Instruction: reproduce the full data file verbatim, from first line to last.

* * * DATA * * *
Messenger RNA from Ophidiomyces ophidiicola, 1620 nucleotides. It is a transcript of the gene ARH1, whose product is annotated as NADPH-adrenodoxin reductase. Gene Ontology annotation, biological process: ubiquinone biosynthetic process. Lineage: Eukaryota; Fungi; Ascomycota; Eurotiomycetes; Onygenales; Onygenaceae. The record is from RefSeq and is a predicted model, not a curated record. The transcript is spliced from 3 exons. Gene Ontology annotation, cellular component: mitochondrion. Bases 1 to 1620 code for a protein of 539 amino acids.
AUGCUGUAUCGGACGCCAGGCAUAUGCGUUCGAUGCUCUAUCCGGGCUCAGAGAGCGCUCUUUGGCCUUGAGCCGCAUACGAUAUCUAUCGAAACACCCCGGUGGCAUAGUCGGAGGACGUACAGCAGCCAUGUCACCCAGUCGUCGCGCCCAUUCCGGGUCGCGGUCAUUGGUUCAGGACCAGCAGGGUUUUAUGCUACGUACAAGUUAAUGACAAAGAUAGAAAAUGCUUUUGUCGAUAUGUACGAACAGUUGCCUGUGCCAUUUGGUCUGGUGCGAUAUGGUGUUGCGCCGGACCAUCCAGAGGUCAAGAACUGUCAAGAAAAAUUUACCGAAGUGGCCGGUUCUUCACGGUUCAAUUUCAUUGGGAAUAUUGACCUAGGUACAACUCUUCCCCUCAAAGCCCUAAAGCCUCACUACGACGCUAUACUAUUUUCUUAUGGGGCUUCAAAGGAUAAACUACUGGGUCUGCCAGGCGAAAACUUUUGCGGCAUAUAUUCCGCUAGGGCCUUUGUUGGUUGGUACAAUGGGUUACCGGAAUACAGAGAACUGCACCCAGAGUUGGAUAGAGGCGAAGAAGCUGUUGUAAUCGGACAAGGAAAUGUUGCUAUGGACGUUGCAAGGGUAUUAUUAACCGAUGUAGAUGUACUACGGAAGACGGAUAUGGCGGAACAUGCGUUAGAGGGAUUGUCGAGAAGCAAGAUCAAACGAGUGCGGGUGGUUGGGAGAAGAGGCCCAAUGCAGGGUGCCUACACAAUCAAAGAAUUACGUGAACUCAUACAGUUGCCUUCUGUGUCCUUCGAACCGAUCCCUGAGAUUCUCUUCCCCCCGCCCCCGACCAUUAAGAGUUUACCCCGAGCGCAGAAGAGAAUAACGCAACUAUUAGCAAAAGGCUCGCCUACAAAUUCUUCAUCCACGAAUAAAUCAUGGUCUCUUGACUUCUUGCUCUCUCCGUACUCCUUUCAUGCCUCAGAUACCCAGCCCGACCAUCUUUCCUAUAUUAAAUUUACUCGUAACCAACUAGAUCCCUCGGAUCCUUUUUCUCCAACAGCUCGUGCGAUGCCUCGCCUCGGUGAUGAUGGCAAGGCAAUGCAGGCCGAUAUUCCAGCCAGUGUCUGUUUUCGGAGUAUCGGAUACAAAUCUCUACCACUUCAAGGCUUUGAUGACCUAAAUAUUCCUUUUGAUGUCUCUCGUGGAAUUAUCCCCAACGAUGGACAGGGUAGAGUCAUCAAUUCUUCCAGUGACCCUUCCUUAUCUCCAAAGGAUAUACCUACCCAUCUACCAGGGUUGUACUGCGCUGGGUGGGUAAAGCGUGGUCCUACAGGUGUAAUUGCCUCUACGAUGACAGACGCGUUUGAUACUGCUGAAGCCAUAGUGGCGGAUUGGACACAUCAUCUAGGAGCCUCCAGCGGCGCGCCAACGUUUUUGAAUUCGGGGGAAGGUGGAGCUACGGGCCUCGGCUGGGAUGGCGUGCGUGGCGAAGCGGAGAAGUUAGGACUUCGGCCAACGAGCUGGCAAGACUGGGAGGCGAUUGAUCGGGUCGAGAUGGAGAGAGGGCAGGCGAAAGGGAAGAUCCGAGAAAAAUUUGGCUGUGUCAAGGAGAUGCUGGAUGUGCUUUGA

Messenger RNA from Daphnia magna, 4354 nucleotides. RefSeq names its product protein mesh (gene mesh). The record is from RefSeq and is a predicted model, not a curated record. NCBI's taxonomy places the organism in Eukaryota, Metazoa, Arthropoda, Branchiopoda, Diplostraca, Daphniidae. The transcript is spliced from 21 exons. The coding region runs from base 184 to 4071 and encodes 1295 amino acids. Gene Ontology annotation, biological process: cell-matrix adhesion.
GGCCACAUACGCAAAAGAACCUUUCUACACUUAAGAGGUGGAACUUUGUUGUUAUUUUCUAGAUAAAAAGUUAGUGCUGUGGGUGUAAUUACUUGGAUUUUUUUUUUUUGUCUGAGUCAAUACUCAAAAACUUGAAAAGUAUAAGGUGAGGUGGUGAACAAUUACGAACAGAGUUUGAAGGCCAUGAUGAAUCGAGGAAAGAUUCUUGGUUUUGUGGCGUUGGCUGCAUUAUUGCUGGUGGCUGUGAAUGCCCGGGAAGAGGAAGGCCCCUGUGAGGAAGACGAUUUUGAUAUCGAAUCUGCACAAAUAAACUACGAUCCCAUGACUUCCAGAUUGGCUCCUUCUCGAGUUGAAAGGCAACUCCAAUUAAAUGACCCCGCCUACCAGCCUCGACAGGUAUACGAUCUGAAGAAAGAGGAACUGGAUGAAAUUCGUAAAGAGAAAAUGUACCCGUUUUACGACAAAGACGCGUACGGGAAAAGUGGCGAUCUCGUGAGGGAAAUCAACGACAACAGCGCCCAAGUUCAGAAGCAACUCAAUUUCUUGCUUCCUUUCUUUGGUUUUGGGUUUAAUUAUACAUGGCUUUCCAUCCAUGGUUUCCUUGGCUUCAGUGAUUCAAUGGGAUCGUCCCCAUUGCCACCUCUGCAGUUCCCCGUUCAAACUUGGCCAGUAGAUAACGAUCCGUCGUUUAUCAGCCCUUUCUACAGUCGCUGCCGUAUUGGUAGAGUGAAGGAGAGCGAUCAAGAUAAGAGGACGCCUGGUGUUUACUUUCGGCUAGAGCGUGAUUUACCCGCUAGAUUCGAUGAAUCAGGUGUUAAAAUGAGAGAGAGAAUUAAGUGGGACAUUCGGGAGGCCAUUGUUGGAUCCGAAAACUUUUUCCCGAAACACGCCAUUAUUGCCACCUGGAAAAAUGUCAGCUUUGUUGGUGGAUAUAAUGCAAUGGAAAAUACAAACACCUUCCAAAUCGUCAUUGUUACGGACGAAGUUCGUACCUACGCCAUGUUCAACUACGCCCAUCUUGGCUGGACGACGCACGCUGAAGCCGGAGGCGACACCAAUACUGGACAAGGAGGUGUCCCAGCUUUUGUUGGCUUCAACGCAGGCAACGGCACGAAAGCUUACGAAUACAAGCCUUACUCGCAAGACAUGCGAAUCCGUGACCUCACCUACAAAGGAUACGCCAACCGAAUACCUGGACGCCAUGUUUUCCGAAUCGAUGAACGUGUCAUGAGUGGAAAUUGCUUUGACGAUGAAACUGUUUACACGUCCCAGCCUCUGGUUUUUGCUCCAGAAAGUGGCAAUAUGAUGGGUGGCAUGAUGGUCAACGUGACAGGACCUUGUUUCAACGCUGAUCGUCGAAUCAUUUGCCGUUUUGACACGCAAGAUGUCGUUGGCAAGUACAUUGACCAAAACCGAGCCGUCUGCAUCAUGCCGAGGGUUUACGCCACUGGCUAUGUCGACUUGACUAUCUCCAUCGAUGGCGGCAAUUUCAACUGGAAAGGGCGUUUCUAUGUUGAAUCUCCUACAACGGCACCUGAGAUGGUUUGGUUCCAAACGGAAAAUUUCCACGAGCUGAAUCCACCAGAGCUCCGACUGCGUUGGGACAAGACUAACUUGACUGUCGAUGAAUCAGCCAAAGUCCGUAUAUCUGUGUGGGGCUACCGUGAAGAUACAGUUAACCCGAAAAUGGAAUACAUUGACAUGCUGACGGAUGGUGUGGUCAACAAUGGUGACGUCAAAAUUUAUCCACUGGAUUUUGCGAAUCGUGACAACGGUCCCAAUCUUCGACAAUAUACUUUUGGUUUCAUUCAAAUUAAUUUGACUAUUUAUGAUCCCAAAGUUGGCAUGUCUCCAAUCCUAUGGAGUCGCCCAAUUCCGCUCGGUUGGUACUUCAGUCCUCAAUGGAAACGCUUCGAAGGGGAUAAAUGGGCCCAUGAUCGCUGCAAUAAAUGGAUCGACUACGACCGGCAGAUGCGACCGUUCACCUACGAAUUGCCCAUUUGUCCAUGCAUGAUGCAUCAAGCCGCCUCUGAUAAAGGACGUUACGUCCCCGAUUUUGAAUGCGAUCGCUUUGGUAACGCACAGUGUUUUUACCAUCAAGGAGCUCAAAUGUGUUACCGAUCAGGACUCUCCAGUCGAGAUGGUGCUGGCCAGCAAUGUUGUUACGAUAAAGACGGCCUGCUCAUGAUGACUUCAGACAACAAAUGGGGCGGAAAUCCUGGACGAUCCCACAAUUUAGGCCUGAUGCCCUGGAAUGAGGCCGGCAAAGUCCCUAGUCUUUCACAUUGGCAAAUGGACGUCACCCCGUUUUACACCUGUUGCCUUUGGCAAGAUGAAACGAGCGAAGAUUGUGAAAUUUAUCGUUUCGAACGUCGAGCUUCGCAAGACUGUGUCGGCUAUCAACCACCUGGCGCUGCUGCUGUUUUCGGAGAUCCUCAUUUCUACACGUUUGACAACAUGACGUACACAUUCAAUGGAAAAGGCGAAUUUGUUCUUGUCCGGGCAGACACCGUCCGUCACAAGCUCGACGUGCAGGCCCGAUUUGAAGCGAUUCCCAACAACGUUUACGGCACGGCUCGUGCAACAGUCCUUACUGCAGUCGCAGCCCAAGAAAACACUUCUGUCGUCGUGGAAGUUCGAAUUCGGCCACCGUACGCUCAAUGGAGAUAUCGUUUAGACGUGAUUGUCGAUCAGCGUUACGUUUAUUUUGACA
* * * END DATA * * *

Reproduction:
Messenger RNA from Ophidiomyces ophidiicola, 1620 nucleotides. It is a transcript of the gene ARH1, whose product is annotated as NADPH-adrenodoxin reductase. Gene Ontology annotation, biological process: ubiquinone biosynthetic process. Lineage: Eukaryota; Fungi; Ascomycota; Eurotiomycetes; Onygenales; Onygenaceae. The record is from RefSeq and is a predicted model, not a curated record. The transcript is spliced from 3 exons. Gene Ontology annotation, cellular component: mitochondrion. Bases 1 to 1620 code for a protein of 539 amino acids.
AUGCUGUAUCGGACGCCAGGCAUAUGCGUUCGAUGCUCUAUCCGGGCUCAGAGAGCGCUCUUUGGCCUUGAGCCGCAUACGAUAUCUAUCGAAACACCCCGGUGGCAUAGUCGGAGGACGUACAGCAGCCAUGUCACCCAGUCGUCGCGCCCAUUCCGGGUCGCGGUCAUUGGUUCAGGACCAGCAGGGUUUUAUGCUACGUACAAGUUAAUGACAAAGAUAGAAAAUGCUUUUGUCGAUAUGUACGAACAGUUGCCUGUGCCAUUUGGUCUGGUGCGAUAUGGUGUUGCGCCGGACCAUCCAGAGGUCAAGAACUGUCAAGAAAAAUUUACCGAAGUGGCCGGUUCUUCACGGUUCAAUUUCAUUGGGAAUAUUGACCUAGGUACAACUCUUCCCCUCAAAGCCCUAAAGCCUCACUACGACGCUAUACUAUUUUCUUAUGGGGCUUCAAAGGAUAAACUACUGGGUCUGCCAGGCGAAAACUUUUGCGGCAUAUAUUCCGCUAGGGCCUUUGUUGGUUGGUACAAUGGGUUACCGGAAUACAGAGAACUGCACCCAGAGUUGGAUAGAGGCGAAGAAGCUGUUGUAAUCGGACAAGGAAAUGUUGCUAUGGACGUUGCAAGGGUAUUAUUAACCGAUGUAGAUGUACUACGGAAGACGGAUAUGGCGGAACAUGCGUUAGAGGGAUUGUCGAGAAGCAAGAUCAAACGAGUGCGGGUGGUUGGGAGAAGAGGCCCAAUGCAGGGUGCCUACACAAUCAAAGAAUUACGUGAACUCAUACAGUUGCCUUCUGUGUCCUUCGAACCGAUCCCUGAGAUUCUCUUCCCCCCGCCCCCGACCAUUAAGAGUUUACCCCGAGCGCAGAAGAGAAUAACGCAACUAUUAGCAAAAGGCUCGCCUACAAAUUCUUCAUCCACGAAUAAAUCAUGGUCUCUUGACUUCUUGCUCUCUCCGUACUCCUUUCAUGCCUCAGAUACCCAGCCCGACCAUCUUUCCUAUAUUAAAUUUACUCGUAACCAACUAGAUCCCUCGGAUCCUUUUUCUCCAACAGCUCGUGCGAUGCCUCGCCUCGGUGAUGAUGGCAAGGCAAUGCAGGCCGAUAUUCCAGCCAGUGUCUGUUUUCGGAGUAUCGGAUACAAAUCUCUACCACUUCAAGGCUUUGAUGACCUAAAUAUUCCUUUUGAUGUCUCUCGUGGAAUUAUCCCCAACGAUGGACAGGGUAGAGUCAUCAAUUCUUCCAGUGACCCUUCCUUAUCUCCAAAGGAUAUACCUACCCAUCUACCAGGGUUGUACUGCGCUGGGUGGGUAAAGCGUGGUCCUACAGGUGUAAUUGCCUCUACGAUGACAGACGCGUUUGAUACUGCUGAAGCCAUAGUGGCGGAUUGGACACAUCAUCUAGGAGCCUCCAGCGGCGCGCCAACGUUUUUGAAUUCGGGGGAAGGUGGAGCUACGGGCCUCGGCUGGGAUGGCGUGCGUGGCGAAGCGGAGAAGUUAGGACUUCGGCCAACGAGCUGGCAAGACUGGGAGGCGAUUGAUCGGGUCGAGAUGGAGAGAGGGCAGGCGAAAGGGAAGAUCCGAGAAAAAUUUGGCUGUGUCAAGGAGAUGCUGGAUGUGCUUUGA

Messenger RNA from Daphnia magna, 4354 nucleotides. RefSeq names its product protein mesh (gene mesh). The record is from RefSeq and is a predicted model, not a curated record. NCBI's taxonomy places the organism in Eukaryota, Metazoa, Arthropoda, Branchiopoda, Diplostraca, Daphniidae. The transcript is spliced from 21 exons. The coding region runs from base 184 to 4071 and encodes 1295 amino acids. Gene Ontology annotation, biological process: cell-matrix adhesion.
GGCCACAUACGCAAAAGAACCUUUCUACACUUAAGAGGUGGAACUUUGUUGUUAUUUUCUAGAUAAAAAGUUAGUGCUGUGGGUGUAAUUACUUGGAUUUUUUUUUUUUGUCUGAGUCAAUACUCAAAAACUUGAAAAGUAUAAGGUGAGGUGGUGAACAAUUACGAACAGAGUUUGAAGGCCAUGAUGAAUCGAGGAAAGAUUCUUGGUUUUGUGGCGUUGGCUGCAUUAUUGCUGGUGGCUGUGAAUGCCCGGGAAGAGGAAGGCCCCUGUGAGGAAGACGAUUUUGAUAUCGAAUCUGCACAAAUAAACUACGAUCCCAUGACUUCCAGAUUGGCUCCUUCUCGAGUUGAAAGGCAACUCCAAUUAAAUGACCCCGCCUACCAGCCUCGACAGGUAUACGAUCUGAAGAAAGAGGAACUGGAUGAAAUUCGUAAAGAGAAAAUGUACCCGUUUUACGACAAAGACGCGUACGGGAAAAGUGGCGAUCUCGUGAGGGAAAUCAACGACAACAGCGCCCAAGUUCAGAAGCAACUCAAUUUCUUGCUUCCUUUCUUUGGUUUUGGGUUUAAUUAUACAUGGCUUUCCAUCCAUGGUUUCCUUGGCUUCAGUGAUUCAAUGGGAUCGUCCCCAUUGCCACCUCUGCAGUUCCCCGUUCAAACUUGGCCAGUAGAUAACGAUCCGUCGUUUAUCAGCCCUUUCUACAGUCGCUGCCGUAUUGGUAGAGUGAAGGAGAGCGAUCAAGAUAAGAGGACGCCUGGUGUUUACUUUCGGCUAGAGCGUGAUUUACCCGCUAGAUUCGAUGAAUCAGGUGUUAAAAUGAGAGAGAGAAUUAAGUGGGACAUUCGGGAGGCCAUUGUUGGAUCCGAAAACUUUUUCCCGAAACACGCCAUUAUUGCCACCUGGAAAAAUGUCAGCUUUGUUGGUGGAUAUAAUGCAAUGGAAAAUACAAACACCUUCCAAAUCGUCAUUGUUACGGACGAAGUUCGUACCUACGCCAUGUUCAACUACGCCCAUCUUGGCUGGACGACGCACGCUGAAGCCGGAGGCGACACCAAUACUGGACAAGGAGGUGUCCCAGCUUUUGUUGGCUUCAACGCAGGCAACGGCACGAAAGCUUACGAAUACAAGCCUUACUCGCAAGACAUGCGAAUCCGUGACCUCACCUACAAAGGAUACGCCAACCGAAUACCUGGACGCCAUGUUUUCCGAAUCGAUGAACGUGUCAUGAGUGGAAAUUGCUUUGACGAUGAAACUGUUUACACGUCCCAGCCUCUGGUUUUUGCUCCAGAAAGUGGCAAUAUGAUGGGUGGCAUGAUGGUCAACGUGACAGGACCUUGUUUCAACGCUGAUCGUCGAAUCAUUUGCCGUUUUGACACGCAAGAUGUCGUUGGCAAGUACAUUGACCAAAACCGAGCCGUCUGCAUCAUGCCGAGGGUUUACGCCACUGGCUAUGUCGACUUGACUAUCUCCAUCGAUGGCGGCAAUUUCAACUGGAAAGGGCGUUUCUAUGUUGAAUCUCCUACAACGGCACCUGAGAUGGUUUGGUUCCAAACGGAAAAUUUCCACGAGCUGAAUCCACCAGAGCUCCGACUGCGUUGGGACAAGACUAACUUGACUGUCGAUGAAUCAGCCAAAGUCCGUAUAUCUGUGUGGGGCUACCGUGAAGAUACAGUUAACCCGAAAAUGGAAUACAUUGACAUGCUGACGGAUGGUGUGGUCAACAAUGGUGACGUCAAAAUUUAUCCACUGGAUUUUGCGAAUCGUGACAACGGUCCCAAUCUUCGACAAUAUACUUUUGGUUUCAUUCAAAUUAAUUUGACUAUUUAUGAUCCCAAAGUUGGCAUGUCUCCAAUCCUAUGGAGUCGCCCAAUUCCGCUCGGUUGGUACUUCAGUCCUCAAUGGAAACGCUUCGAAGGGGAUAAAUGGGCCCAUGAUCGCUGCAAUAAAUGGAUCGACUACGACCGGCAGAUGCGACCGUUCACCUACGAAUUGCCCAUUUGUCCAUGCAUGAUGCAUCAAGCCGCCUCUGAUAAAGGACGUUACGUCCCCGAUUUUGAAUGCGAUCGCUUUGGUAACGCACAGUGUUUUUACCAUCAAGGAGCUCAAAUGUGUUACCGAUCAGGACUCUCCAGUCGAGAUGGUGCUGGCCAGCAAUGUUGUUACGAUAAAGACGGCCUGCUCAUGAUGACUUCAGACAACAAAUGGGGCGGAAAUCCUGGACGAUCCCACAAUUUAGGCCUGAUGCCCUGGAAUGAGGCCGGCAAAGUCCCUAGUCUUUCACAUUGGCAAAUGGACGUCACCCCGUUUUACACCUGUUGCCUUUGGCAAGAUGAAACGAGCGAAGAUUGUGAAAUUUAUCGUUUCGAACGUCGAGCUUCGCAAGACUGUGUCGGCUAUCAACCACCUGGCGCUGCUGCUGUUUUCGGAGAUCCUCAUUUCUACACGUUUGACAACAUGACGUACACAUUCAAUGGAAAAGGCGAAUUUGUUCUUGUCCGGGCAGACACCGUCCGUCACAAGCUCGACGUGCAGGCCCGAUUUGAAGCGAUUCCCAACAACGUUUACGGCACGGCUCGUGCAACAGUCCUUACUGCAGUCGCAGCCCAAGAAAACACUUCUGUCGUCGUGGAAGUUCGAAUUCGGCCACCGUACGCUCAAUGGAGAUAUCGUUUAGACGUGAUUGUCGAUCAGCGUUACGUUUAUUUUGACA